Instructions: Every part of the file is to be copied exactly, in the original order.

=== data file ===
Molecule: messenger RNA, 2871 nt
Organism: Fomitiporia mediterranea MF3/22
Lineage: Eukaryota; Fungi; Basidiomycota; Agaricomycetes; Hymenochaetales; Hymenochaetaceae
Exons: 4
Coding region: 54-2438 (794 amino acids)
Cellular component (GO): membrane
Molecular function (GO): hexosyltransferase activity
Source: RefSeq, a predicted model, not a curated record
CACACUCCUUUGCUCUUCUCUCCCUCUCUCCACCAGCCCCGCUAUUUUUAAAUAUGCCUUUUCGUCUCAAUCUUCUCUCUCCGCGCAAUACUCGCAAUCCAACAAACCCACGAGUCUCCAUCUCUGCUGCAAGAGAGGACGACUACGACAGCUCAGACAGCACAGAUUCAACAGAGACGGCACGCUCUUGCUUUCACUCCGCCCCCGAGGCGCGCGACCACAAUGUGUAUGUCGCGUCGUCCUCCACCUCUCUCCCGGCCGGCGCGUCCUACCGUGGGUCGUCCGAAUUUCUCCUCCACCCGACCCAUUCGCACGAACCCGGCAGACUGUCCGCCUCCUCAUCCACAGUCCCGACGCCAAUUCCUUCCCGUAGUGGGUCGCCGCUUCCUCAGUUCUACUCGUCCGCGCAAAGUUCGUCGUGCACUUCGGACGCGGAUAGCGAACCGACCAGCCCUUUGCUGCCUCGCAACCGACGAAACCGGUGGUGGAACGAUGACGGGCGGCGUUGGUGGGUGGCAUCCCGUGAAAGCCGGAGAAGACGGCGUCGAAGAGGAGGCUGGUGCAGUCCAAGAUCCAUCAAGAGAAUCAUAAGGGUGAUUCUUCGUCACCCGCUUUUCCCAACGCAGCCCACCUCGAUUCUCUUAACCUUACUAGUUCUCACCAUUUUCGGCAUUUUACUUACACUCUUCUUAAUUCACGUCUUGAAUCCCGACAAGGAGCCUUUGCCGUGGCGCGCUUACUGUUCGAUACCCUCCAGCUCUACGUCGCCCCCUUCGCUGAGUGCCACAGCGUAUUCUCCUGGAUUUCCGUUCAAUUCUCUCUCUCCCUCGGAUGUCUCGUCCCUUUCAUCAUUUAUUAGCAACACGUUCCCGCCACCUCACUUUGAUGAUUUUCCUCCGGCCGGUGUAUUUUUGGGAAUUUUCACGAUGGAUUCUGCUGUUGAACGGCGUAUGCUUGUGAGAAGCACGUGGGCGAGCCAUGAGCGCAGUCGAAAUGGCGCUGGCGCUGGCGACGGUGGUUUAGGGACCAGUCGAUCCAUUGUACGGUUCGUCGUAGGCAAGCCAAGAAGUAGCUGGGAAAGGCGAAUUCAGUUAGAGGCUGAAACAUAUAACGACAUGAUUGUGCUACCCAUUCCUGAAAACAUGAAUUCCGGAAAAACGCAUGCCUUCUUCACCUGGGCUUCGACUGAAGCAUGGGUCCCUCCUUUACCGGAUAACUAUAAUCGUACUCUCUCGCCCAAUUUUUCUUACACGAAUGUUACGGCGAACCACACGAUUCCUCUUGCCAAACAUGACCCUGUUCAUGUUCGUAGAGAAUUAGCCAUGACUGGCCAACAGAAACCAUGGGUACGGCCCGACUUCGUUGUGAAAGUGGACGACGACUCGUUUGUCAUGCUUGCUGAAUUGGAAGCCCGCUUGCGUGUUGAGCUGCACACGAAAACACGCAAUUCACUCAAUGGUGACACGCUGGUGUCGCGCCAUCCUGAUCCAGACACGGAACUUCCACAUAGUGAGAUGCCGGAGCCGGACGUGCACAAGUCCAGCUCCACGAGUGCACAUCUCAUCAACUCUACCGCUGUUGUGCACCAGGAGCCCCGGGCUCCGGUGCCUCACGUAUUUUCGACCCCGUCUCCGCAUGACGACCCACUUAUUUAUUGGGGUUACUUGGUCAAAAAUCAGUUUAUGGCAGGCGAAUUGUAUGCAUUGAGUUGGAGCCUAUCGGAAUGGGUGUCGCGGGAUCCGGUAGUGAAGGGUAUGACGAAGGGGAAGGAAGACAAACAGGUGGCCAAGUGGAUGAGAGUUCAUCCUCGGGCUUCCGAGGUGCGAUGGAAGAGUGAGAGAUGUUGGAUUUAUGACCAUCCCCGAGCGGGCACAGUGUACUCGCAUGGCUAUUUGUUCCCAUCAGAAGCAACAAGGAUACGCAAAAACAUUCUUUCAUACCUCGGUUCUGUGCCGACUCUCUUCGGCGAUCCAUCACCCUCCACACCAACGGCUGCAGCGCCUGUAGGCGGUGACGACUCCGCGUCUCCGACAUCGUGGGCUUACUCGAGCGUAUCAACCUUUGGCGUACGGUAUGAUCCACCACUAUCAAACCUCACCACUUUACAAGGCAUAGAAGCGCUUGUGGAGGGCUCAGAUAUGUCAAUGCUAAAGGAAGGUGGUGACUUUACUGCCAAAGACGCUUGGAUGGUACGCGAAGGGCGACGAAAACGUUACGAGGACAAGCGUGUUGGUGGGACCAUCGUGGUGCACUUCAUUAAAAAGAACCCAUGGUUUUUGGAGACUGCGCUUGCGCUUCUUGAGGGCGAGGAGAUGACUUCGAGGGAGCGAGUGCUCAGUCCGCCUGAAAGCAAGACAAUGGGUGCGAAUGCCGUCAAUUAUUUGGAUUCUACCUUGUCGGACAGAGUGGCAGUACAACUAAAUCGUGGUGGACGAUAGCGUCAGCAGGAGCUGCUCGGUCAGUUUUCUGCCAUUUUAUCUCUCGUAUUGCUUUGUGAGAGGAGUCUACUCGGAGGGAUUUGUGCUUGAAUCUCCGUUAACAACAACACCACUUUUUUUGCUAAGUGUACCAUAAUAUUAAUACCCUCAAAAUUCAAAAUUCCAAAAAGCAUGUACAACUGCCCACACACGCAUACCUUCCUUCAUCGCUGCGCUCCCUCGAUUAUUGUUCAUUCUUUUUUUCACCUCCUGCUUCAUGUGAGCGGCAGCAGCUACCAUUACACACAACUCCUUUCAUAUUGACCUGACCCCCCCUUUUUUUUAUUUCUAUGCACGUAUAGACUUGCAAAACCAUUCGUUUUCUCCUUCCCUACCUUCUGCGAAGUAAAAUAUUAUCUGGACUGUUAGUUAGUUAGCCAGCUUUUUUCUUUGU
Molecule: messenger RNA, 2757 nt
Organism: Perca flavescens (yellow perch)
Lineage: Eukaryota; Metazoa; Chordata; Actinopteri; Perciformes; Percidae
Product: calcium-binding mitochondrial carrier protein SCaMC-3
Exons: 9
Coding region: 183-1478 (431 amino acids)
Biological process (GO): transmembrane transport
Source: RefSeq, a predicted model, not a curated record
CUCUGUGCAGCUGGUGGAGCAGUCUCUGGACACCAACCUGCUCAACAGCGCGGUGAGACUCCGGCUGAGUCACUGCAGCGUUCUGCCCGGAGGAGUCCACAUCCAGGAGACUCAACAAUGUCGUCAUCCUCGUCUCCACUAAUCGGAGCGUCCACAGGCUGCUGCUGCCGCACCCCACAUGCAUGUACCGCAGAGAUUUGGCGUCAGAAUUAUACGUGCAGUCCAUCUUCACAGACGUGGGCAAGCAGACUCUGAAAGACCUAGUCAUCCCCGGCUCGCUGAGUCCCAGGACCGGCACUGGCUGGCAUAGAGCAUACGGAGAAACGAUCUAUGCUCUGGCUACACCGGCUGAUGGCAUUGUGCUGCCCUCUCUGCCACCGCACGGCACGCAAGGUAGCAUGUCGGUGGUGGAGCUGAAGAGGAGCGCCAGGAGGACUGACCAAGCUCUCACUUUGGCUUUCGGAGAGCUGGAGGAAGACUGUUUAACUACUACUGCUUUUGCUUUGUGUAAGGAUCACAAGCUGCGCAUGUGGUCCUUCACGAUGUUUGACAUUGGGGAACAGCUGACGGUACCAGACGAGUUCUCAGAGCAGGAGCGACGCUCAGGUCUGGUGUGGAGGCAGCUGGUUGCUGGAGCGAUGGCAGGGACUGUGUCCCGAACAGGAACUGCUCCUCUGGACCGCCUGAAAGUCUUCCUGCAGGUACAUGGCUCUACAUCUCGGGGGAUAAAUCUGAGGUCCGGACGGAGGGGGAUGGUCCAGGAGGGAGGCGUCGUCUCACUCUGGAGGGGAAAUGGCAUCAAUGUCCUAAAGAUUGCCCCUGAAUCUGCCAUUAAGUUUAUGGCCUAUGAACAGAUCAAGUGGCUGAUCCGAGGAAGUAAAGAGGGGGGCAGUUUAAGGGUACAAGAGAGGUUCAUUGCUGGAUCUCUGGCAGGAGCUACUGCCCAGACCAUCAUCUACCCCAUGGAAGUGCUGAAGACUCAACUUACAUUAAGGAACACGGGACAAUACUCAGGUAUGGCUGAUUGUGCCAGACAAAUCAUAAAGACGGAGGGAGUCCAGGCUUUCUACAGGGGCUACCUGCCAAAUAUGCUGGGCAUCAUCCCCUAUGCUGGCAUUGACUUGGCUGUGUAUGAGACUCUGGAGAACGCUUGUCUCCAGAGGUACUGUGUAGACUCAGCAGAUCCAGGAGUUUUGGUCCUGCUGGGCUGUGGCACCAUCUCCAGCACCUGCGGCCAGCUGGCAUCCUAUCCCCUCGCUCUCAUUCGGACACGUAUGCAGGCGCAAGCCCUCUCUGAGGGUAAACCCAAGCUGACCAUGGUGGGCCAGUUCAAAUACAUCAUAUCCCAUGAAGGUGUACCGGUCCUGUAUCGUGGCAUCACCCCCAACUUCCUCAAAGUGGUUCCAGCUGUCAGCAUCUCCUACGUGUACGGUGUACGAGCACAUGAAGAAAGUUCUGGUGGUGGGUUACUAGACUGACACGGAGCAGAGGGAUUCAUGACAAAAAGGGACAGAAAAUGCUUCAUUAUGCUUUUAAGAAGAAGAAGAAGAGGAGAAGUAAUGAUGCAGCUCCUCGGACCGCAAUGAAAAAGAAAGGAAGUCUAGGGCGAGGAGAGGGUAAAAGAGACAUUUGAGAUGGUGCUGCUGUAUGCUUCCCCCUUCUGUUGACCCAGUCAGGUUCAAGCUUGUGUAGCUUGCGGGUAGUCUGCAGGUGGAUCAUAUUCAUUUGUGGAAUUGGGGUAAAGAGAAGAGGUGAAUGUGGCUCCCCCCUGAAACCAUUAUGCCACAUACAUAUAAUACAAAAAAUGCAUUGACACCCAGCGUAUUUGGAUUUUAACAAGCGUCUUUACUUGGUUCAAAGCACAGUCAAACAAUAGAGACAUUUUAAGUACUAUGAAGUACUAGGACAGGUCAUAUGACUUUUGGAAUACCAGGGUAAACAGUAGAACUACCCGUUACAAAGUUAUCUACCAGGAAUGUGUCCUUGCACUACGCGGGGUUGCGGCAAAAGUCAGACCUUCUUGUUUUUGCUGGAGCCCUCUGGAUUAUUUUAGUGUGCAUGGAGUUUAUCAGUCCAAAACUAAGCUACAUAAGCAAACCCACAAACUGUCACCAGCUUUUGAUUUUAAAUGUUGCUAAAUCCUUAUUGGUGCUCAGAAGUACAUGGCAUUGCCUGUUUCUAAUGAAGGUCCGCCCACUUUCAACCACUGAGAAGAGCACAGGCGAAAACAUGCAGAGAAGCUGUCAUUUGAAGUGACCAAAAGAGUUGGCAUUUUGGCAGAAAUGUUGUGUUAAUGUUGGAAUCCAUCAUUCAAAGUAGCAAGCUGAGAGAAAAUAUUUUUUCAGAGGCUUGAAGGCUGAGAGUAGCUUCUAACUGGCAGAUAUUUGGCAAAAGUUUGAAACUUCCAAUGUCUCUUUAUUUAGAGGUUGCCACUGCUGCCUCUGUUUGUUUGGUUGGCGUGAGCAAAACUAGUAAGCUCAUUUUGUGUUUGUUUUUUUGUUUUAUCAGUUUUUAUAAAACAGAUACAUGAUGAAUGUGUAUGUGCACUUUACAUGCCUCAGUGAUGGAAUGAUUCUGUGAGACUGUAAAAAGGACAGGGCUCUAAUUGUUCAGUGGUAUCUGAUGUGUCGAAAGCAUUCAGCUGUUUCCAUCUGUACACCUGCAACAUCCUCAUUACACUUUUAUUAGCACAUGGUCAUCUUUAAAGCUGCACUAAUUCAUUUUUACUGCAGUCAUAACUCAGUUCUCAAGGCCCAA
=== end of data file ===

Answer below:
Molecule: messenger RNA, 2871 nt
Organism: Fomitiporia mediterranea MF3/22
Lineage: Eukaryota; Fungi; Basidiomycota; Agaricomycetes; Hymenochaetales; Hymenochaetaceae
Exons: 4
Coding region: 54-2438 (794 amino acids)
Cellular component (GO): membrane
Molecular function (GO): hexosyltransferase activity
Source: RefSeq, a predicted model, not a curated record
CACACUCCUUUGCUCUUCUCUCCCUCUCUCCACCAGCCCCGCUAUUUUUAAAUAUGCCUUUUCGUCUCAAUCUUCUCUCUCCGCGCAAUACUCGCAAUCCAACAAACCCACGAGUCUCCAUCUCUGCUGCAAGAGAGGACGACUACGACAGCUCAGACAGCACAGAUUCAACAGAGACGGCACGCUCUUGCUUUCACUCCGCCCCCGAGGCGCGCGACCACAAUGUGUAUGUCGCGUCGUCCUCCACCUCUCUCCCGGCCGGCGCGUCCUACCGUGGGUCGUCCGAAUUUCUCCUCCACCCGACCCAUUCGCACGAACCCGGCAGACUGUCCGCCUCCUCAUCCACAGUCCCGACGCCAAUUCCUUCCCGUAGUGGGUCGCCGCUUCCUCAGUUCUACUCGUCCGCGCAAAGUUCGUCGUGCACUUCGGACGCGGAUAGCGAACCGACCAGCCCUUUGCUGCCUCGCAACCGACGAAACCGGUGGUGGAACGAUGACGGGCGGCGUUGGUGGGUGGCAUCCCGUGAAAGCCGGAGAAGACGGCGUCGAAGAGGAGGCUGGUGCAGUCCAAGAUCCAUCAAGAGAAUCAUAAGGGUGAUUCUUCGUCACCCGCUUUUCCCAACGCAGCCCACCUCGAUUCUCUUAACCUUACUAGUUCUCACCAUUUUCGGCAUUUUACUUACACUCUUCUUAAUUCACGUCUUGAAUCCCGACAAGGAGCCUUUGCCGUGGCGCGCUUACUGUUCGAUACCCUCCAGCUCUACGUCGCCCCCUUCGCUGAGUGCCACAGCGUAUUCUCCUGGAUUUCCGUUCAAUUCUCUCUCUCCCUCGGAUGUCUCGUCCCUUUCAUCAUUUAUUAGCAACACGUUCCCGCCACCUCACUUUGAUGAUUUUCCUCCGGCCGGUGUAUUUUUGGGAAUUUUCACGAUGGAUUCUGCUGUUGAACGGCGUAUGCUUGUGAGAAGCACGUGGGCGAGCCAUGAGCGCAGUCGAAAUGGCGCUGGCGCUGGCGACGGUGGUUUAGGGACCAGUCGAUCCAUUGUACGGUUCGUCGUAGGCAAGCCAAGAAGUAGCUGGGAAAGGCGAAUUCAGUUAGAGGCUGAAACAUAUAACGACAUGAUUGUGCUACCCAUUCCUGAAAACAUGAAUUCCGGAAAAACGCAUGCCUUCUUCACCUGGGCUUCGACUGAAGCAUGGGUCCCUCCUUUACCGGAUAACUAUAAUCGUACUCUCUCGCCCAAUUUUUCUUACACGAAUGUUACGGCGAACCACACGAUUCCUCUUGCCAAACAUGACCCUGUUCAUGUUCGUAGAGAAUUAGCCAUGACUGGCCAACAGAAACCAUGGGUACGGCCCGACUUCGUUGUGAAAGUGGACGACGACUCGUUUGUCAUGCUUGCUGAAUUGGAAGCCCGCUUGCGUGUUGAGCUGCACACGAAAACACGCAAUUCACUCAAUGGUGACACGCUGGUGUCGCGCCAUCCUGAUCCAGACACGGAACUUCCACAUAGUGAGAUGCCGGAGCCGGACGUGCACAAGUCCAGCUCCACGAGUGCACAUCUCAUCAACUCUACCGCUGUUGUGCACCAGGAGCCCCGGGCUCCGGUGCCUCACGUAUUUUCGACCCCGUCUCCGCAUGACGACCCACUUAUUUAUUGGGGUUACUUGGUCAAAAAUCAGUUUAUGGCAGGCGAAUUGUAUGCAUUGAGUUGGAGCCUAUCGGAAUGGGUGUCGCGGGAUCCGGUAGUGAAGGGUAUGACGAAGGGGAAGGAAGACAAACAGGUGGCCAAGUGGAUGAGAGUUCAUCCUCGGGCUUCCGAGGUGCGAUGGAAGAGUGAGAGAUGUUGGAUUUAUGACCAUCCCCGAGCGGGCACAGUGUACUCGCAUGGCUAUUUGUUCCCAUCAGAAGCAACAAGGAUACGCAAAAACAUUCUUUCAUACCUCGGUUCUGUGCCGACUCUCUUCGGCGAUCCAUCACCCUCCACACCAACGGCUGCAGCGCCUGUAGGCGGUGACGACUCCGCGUCUCCGACAUCGUGGGCUUACUCGAGCGUAUCAACCUUUGGCGUACGGUAUGAUCCACCACUAUCAAACCUCACCACUUUACAAGGCAUAGAAGCGCUUGUGGAGGGCUCAGAUAUGUCAAUGCUAAAGGAAGGUGGUGACUUUACUGCCAAAGACGCUUGGAUGGUACGCGAAGGGCGACGAAAACGUUACGAGGACAAGCGUGUUGGUGGGACCAUCGUGGUGCACUUCAUUAAAAAGAACCCAUGGUUUUUGGAGACUGCGCUUGCGCUUCUUGAGGGCGAGGAGAUGACUUCGAGGGAGCGAGUGCUCAGUCCGCCUGAAAGCAAGACAAUGGGUGCGAAUGCCGUCAAUUAUUUGGAUUCUACCUUGUCGGACAGAGUGGCAGUACAACUAAAUCGUGGUGGACGAUAGCGUCAGCAGGAGCUGCUCGGUCAGUUUUCUGCCAUUUUAUCUCUCGUAUUGCUUUGUGAGAGGAGUCUACUCGGAGGGAUUUGUGCUUGAAUCUCCGUUAACAACAACACCACUUUUUUUGCUAAGUGUACCAUAAUAUUAAUACCCUCAAAAUUCAAAAUUCCAAAAAGCAUGUACAACUGCCCACACACGCAUACCUUCCUUCAUCGCUGCGCUCCCUCGAUUAUUGUUCAUUCUUUUUUUCACCUCCUGCUUCAUGUGAGCGGCAGCAGCUACCAUUACACACAACUCCUUUCAUAUUGACCUGACCCCCCCUUUUUUUUAUUUCUAUGCACGUAUAGACUUGCAAAACCAUUCGUUUUCUCCUUCCCUACCUUCUGCGAAGUAAAAUAUUAUCUGGACUGUUAGUUAGUUAGCCAGCUUUUUUCUUUGU
Molecule: messenger RNA, 2757 nt
Organism: Perca flavescens (yellow perch)
Lineage: Eukaryota; Metazoa; Chordata; Actinopteri; Perciformes; Percidae
Product: calcium-binding mitochondrial carrier protein SCaMC-3
Exons: 9
Coding region: 183-1478 (431 amino acids)
Biological process (GO): transmembrane transport
Source: RefSeq, a predicted model, not a curated record
CUCUGUGCAGCUGGUGGAGCAGUCUCUGGACACCAACCUGCUCAACAGCGCGGUGAGACUCCGGCUGAGUCACUGCAGCGUUCUGCCCGGAGGAGUCCACAUCCAGGAGACUCAACAAUGUCGUCAUCCUCGUCUCCACUAAUCGGAGCGUCCACAGGCUGCUGCUGCCGCACCCCACAUGCAUGUACCGCAGAGAUUUGGCGUCAGAAUUAUACGUGCAGUCCAUCUUCACAGACGUGGGCAAGCAGACUCUGAAAGACCUAGUCAUCCCCGGCUCGCUGAGUCCCAGGACCGGCACUGGCUGGCAUAGAGCAUACGGAGAAACGAUCUAUGCUCUGGCUACACCGGCUGAUGGCAUUGUGCUGCCCUCUCUGCCACCGCACGGCACGCAAGGUAGCAUGUCGGUGGUGGAGCUGAAGAGGAGCGCCAGGAGGACUGACCAAGCUCUCACUUUGGCUUUCGGAGAGCUGGAGGAAGACUGUUUAACUACUACUGCUUUUGCUUUGUGUAAGGAUCACAAGCUGCGCAUGUGGUCCUUCACGAUGUUUGACAUUGGGGAACAGCUGACGGUACCAGACGAGUUCUCAGAGCAGGAGCGACGCUCAGGUCUGGUGUGGAGGCAGCUGGUUGCUGGAGCGAUGGCAGGGACUGUGUCCCGAACAGGAACUGCUCCUCUGGACCGCCUGAAAGUCUUCCUGCAGGUACAUGGCUCUACAUCUCGGGGGAUAAAUCUGAGGUCCGGACGGAGGGGGAUGGUCCAGGAGGGAGGCGUCGUCUCACUCUGGAGGGGAAAUGGCAUCAAUGUCCUAAAGAUUGCCCCUGAAUCUGCCAUUAAGUUUAUGGCCUAUGAACAGAUCAAGUGGCUGAUCCGAGGAAGUAAAGAGGGGGGCAGUUUAAGGGUACAAGAGAGGUUCAUUGCUGGAUCUCUGGCAGGAGCUACUGCCCAGACCAUCAUCUACCCCAUGGAAGUGCUGAAGACUCAACUUACAUUAAGGAACACGGGACAAUACUCAGGUAUGGCUGAUUGUGCCAGACAAAUCAUAAAGACGGAGGGAGUCCAGGCUUUCUACAGGGGCUACCUGCCAAAUAUGCUGGGCAUCAUCCCCUAUGCUGGCAUUGACUUGGCUGUGUAUGAGACUCUGGAGAACGCUUGUCUCCAGAGGUACUGUGUAGACUCAGCAGAUCCAGGAGUUUUGGUCCUGCUGGGCUGUGGCACCAUCUCCAGCACCUGCGGCCAGCUGGCAUCCUAUCCCCUCGCUCUCAUUCGGACACGUAUGCAGGCGCAAGCCCUCUCUGAGGGUAAACCCAAGCUGACCAUGGUGGGCCAGUUCAAAUACAUCAUAUCCCAUGAAGGUGUACCGGUCCUGUAUCGUGGCAUCACCCCCAACUUCCUCAAAGUGGUUCCAGCUGUCAGCAUCUCCUACGUGUACGGUGUACGAGCACAUGAAGAAAGUUCUGGUGGUGGGUUACUAGACUGACACGGAGCAGAGGGAUUCAUGACAAAAAGGGACAGAAAAUGCUUCAUUAUGCUUUUAAGAAGAAGAAGAAGAGGAGAAGUAAUGAUGCAGCUCCUCGGACCGCAAUGAAAAAGAAAGGAAGUCUAGGGCGAGGAGAGGGUAAAAGAGACAUUUGAGAUGGUGCUGCUGUAUGCUUCCCCCUUCUGUUGACCCAGUCAGGUUCAAGCUUGUGUAGCUUGCGGGUAGUCUGCAGGUGGAUCAUAUUCAUUUGUGGAAUUGGGGUAAAGAGAAGAGGUGAAUGUGGCUCCCCCCUGAAACCAUUAUGCCACAUACAUAUAAUACAAAAAAUGCAUUGACACCCAGCGUAUUUGGAUUUUAACAAGCGUCUUUACUUGGUUCAAAGCACAGUCAAACAAUAGAGACAUUUUAAGUACUAUGAAGUACUAGGACAGGUCAUAUGACUUUUGGAAUACCAGGGUAAACAGUAGAACUACCCGUUACAAAGUUAUCUACCAGGAAUGUGUCCUUGCACUACGCGGGGUUGCGGCAAAAGUCAGACCUUCUUGUUUUUGCUGGAGCCCUCUGGAUUAUUUUAGUGUGCAUGGAGUUUAUCAGUCCAAAACUAAGCUACAUAAGCAAACCCACAAACUGUCACCAGCUUUUGAUUUUAAAUGUUGCUAAAUCCUUAUUGGUGCUCAGAAGUACAUGGCAUUGCCUGUUUCUAAUGAAGGUCCGCCCACUUUCAACCACUGAGAAGAGCACAGGCGAAAACAUGCAGAGAAGCUGUCAUUUGAAGUGACCAAAAGAGUUGGCAUUUUGGCAGAAAUGUUGUGUUAAUGUUGGAAUCCAUCAUUCAAAGUAGCAAGCUGAGAGAAAAUAUUUUUUCAGAGGCUUGAAGGCUGAGAGUAGCUUCUAACUGGCAGAUAUUUGGCAAAAGUUUGAAACUUCCAAUGUCUCUUUAUUUAGAGGUUGCCACUGCUGCCUCUGUUUGUUUGGUUGGCGUGAGCAAAACUAGUAAGCUCAUUUUGUGUUUGUUUUUUUGUUUUAUCAGUUUUUAUAAAACAGAUACAUGAUGAAUGUGUAUGUGCACUUUACAUGCCUCAGUGAUGGAAUGAUUCUGUGAGACUGUAAAAAGGACAGGGCUCUAAUUGUUCAGUGGUAUCUGAUGUGUCGAAAGCAUUCAGCUGUUUCCAUCUGUACACCUGCAACAUCCUCAUUACACUUUUAUUAGCACAUGGUCAUCUUUAAAGCUGCACUAAUUCAUUUUUACUGCAGUCAUAACUCAGUUCUCAAGGCCCAA